“While the Commonwealth was young – Boris Yeltsin had told me in Moscow that it was a “fragile infant” – it had been effective in reducing disputes among the republics. “We won’t allow conflicts between us and Ukraine”, he pledged. “We seek to be flexible and not push Ukraine around”. Yeltsin later noted that there were 11 million ethnic Russians in Ukraine and said, “I don’t think Ukraine will take any sharp turns due to this fact.” He also said that Ukraine was the “main destabilizing factor”, but stressed his good personal relations with Kravchuk. “I talk constantly with him by phone” (p. 624).
About letting Saddam know what to expect in case of an invasion of Kuwait: “We still hoped the crisis could be defused. On July 28, 1990, the NSC staff drafted, and State routinely cleared, the following presidential message to Saddam: “I was pleased to learn of the agreement between Iraq and Kuwait to begin negotiations in Jeddah to find a peaceful solution to the current tensions between you. The United States and Iraq both have a strong interest in preserving the peace and stability of the Middle East. For this reason, we believe these difficulties are best resolved by peaceful means and not by threats involving military force or conflict”. It’s clear this message was not sufficiently firm and, coming three days after Glaspie’s meeting, may have been interpreted by Saddam to mean that we weren’t overly concerned” (p. 272). (The invasion took place August 2, 1990).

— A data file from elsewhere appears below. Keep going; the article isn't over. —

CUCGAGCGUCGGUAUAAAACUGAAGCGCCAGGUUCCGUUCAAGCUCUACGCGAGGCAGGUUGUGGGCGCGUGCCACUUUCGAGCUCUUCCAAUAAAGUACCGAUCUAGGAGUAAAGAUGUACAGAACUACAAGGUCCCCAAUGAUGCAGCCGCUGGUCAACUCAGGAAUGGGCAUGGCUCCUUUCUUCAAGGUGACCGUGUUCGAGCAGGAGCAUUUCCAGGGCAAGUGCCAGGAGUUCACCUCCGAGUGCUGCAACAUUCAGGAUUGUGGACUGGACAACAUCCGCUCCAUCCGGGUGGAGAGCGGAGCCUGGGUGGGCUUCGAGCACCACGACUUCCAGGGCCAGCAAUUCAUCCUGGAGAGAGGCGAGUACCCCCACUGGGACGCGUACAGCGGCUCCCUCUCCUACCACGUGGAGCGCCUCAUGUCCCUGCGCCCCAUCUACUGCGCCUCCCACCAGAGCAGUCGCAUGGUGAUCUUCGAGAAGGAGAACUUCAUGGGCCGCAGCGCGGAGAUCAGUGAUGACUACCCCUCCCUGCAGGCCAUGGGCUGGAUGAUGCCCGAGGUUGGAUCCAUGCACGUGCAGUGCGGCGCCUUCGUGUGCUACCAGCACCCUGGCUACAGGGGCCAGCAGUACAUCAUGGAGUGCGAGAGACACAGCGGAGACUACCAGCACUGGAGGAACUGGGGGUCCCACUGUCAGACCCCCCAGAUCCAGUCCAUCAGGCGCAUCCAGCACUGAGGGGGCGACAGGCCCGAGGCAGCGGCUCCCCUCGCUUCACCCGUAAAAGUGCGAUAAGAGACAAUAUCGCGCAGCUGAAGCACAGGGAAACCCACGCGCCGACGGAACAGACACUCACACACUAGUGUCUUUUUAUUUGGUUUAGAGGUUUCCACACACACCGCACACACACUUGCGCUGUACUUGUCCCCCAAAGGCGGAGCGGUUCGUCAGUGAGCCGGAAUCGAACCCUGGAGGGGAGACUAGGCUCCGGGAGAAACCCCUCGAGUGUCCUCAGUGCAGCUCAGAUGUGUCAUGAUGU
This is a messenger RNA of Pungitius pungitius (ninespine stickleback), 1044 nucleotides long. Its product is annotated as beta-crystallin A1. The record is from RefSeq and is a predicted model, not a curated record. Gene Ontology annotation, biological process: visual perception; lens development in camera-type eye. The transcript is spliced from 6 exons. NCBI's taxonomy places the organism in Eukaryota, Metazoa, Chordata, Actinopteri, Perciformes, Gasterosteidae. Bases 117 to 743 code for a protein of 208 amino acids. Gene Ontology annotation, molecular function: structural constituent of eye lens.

Haiti: taking what democracy gives you: “ My position was simple: if you support democracy, you support what democracy brings you, so long as the process is free and fair, and the victors are not clearly bent on using the electoral process simply to gain power and then in effect destroy democracy by establishing authoritarian rule. By his resounding 67 percent margin of victory, for better or worse Aristide embodied the democratic concept - even if it could be argued that he himself was something less than the perfect embodiment of that concept” (p. 601-602).